• Sat. Jul 13th, 2024

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Schoolchildren encourage dog owners to follow their lead

Members of a school council are helping teach dog owners to be more responsible.

Youngsters from Woodland Primary School in Bishop Auckland joined forces with neighbourhood wardens from Durham County Council to place stickers on lampposts around their community advising of new dog control powers.

On 1 June, the council introduced a countywide Public Space Protection Order (PSPO) for dog control.

The new order means it is an offence in County Durham for dog owners to:

  • allow their dog to foul without picking it up
  • allow a dog to stray
  • allow a dog into a fenced off play area covered by the order
  • fail to put their dog on a lead when asked to do so by an authorised officer

The order can be enforced with a £100 Fixed Penalty Notice (FPN) or prosecution if the FPN is not paid within the set timescale.

To educate and engage with dog owners, the council is rolling out a countywide responsible dog ownership campaign called #FollowOurLead, which aims to encourage people to take notice of the new rules.

As part of the campaign, the council’s civic pride team is hosting assemblies in schools to teach children how to be responsible dog owners.

Poster competitions will also give children the opportunity to have their designs adapted into signs to be installed at fenced off play areas where dogs are not allowed.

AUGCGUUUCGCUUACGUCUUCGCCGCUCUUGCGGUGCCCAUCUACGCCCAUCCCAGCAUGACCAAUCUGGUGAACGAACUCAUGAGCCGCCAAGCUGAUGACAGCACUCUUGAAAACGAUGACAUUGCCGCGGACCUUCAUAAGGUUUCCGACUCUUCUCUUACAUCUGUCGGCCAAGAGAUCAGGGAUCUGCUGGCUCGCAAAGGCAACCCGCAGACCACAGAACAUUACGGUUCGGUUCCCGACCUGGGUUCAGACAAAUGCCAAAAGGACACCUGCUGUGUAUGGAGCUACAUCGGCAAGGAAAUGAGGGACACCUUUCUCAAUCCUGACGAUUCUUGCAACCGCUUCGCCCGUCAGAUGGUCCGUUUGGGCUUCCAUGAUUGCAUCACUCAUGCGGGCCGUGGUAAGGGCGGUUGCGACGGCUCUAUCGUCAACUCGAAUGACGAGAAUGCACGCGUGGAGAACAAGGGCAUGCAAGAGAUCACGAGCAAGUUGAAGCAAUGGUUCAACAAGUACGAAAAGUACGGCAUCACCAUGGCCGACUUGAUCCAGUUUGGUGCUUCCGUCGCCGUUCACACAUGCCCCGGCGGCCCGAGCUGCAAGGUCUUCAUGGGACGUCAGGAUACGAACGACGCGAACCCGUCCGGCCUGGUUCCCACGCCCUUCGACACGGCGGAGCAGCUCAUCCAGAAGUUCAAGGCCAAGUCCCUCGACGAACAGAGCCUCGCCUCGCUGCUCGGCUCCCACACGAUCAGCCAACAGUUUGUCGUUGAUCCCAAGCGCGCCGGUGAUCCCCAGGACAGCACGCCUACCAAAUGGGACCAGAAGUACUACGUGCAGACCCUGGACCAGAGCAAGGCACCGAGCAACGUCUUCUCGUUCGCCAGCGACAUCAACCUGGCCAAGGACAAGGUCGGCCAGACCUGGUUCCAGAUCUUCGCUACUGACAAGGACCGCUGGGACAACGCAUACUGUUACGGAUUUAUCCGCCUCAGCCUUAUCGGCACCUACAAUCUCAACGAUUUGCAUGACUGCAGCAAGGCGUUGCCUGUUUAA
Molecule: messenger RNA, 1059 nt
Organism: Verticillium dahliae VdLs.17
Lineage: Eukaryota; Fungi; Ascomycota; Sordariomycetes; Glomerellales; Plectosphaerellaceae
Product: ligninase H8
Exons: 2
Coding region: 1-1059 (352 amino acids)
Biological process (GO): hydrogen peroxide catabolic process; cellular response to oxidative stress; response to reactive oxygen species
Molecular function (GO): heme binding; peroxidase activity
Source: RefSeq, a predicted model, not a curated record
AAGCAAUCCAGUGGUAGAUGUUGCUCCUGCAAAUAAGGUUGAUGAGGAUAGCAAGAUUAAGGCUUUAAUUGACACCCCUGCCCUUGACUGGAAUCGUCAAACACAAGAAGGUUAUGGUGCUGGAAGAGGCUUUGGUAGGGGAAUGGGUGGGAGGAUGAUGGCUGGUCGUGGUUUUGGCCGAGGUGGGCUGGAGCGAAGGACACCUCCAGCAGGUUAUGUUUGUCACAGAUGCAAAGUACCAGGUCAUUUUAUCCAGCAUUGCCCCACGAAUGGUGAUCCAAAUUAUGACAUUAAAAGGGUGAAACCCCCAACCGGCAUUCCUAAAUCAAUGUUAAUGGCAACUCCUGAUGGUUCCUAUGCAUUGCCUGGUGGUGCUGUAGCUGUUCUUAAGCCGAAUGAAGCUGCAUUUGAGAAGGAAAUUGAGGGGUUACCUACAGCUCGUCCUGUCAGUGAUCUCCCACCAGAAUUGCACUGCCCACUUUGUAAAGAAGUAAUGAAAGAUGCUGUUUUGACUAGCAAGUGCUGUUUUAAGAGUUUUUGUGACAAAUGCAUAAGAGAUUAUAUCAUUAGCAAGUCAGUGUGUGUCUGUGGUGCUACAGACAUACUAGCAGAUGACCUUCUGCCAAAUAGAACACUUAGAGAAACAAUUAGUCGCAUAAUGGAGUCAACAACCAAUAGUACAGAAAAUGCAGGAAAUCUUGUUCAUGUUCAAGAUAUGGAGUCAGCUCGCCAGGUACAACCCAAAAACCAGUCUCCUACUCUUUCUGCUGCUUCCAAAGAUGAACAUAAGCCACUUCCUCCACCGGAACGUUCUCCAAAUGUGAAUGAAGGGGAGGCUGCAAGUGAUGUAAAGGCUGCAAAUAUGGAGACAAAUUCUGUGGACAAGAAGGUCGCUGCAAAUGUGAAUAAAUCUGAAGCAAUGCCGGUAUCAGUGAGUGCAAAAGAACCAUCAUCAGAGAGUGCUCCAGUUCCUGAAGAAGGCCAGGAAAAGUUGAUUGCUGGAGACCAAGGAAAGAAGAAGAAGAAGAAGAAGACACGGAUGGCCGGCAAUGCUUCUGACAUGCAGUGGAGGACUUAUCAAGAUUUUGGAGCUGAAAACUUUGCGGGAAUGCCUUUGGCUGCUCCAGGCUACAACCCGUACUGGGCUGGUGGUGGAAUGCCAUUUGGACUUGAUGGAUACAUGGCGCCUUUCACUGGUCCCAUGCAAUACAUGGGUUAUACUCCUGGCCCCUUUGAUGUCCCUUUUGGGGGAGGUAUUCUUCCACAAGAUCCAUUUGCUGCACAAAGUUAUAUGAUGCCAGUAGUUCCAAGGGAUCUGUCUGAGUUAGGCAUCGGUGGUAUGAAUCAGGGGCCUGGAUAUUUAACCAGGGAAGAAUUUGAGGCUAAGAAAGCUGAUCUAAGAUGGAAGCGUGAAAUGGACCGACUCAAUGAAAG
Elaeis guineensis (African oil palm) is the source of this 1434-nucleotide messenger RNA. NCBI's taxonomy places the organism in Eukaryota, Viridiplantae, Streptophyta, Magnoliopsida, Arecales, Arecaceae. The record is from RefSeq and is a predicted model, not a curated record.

Ian Hoult, Durham County Council’s neighbourhood protection manager, said:

“The school wanted to spread the word that dog fouling and other dog control issues are not acceptable, so they got in touch with us to see what they could do to help.

“As part of our #FollowOurLead campaign, and to implement the PSPO, we are placing stickers on dog waste bins to advise owners to pick up after their pet and we thought this was the perfect opportunity to involve the children.

“All dog owners are urged to do the right thing, to follow our, and indeed the children’s lead, by being responsible, picking up after their dog and putting waste in a bin.

“Also, to not allow a dog to stray, to put a dog on a lead when asked and to refrain from taking dogs into fenced off play areas so children are protected from the dog and any dog mess.”

As well as lending a hand with the stickers, children also took part in a question and answer session with Will Clifton, neighbourhood warden team leader at the council, to find out more about the new dog control rules.

Cllr Brian Stephens, Cabinet member for neighbourhoods and local partnerships added: “It’s great to see young children care about their environment and help influence the positive behaviour of others. We hope they have enjoyed playing their part in this important campaign.”

To find out more about the new Public Space Protection Order (PSPO) for dog control, visit www.durham.gov.uk/dogcontrol or call 03000 261 000.

By Emily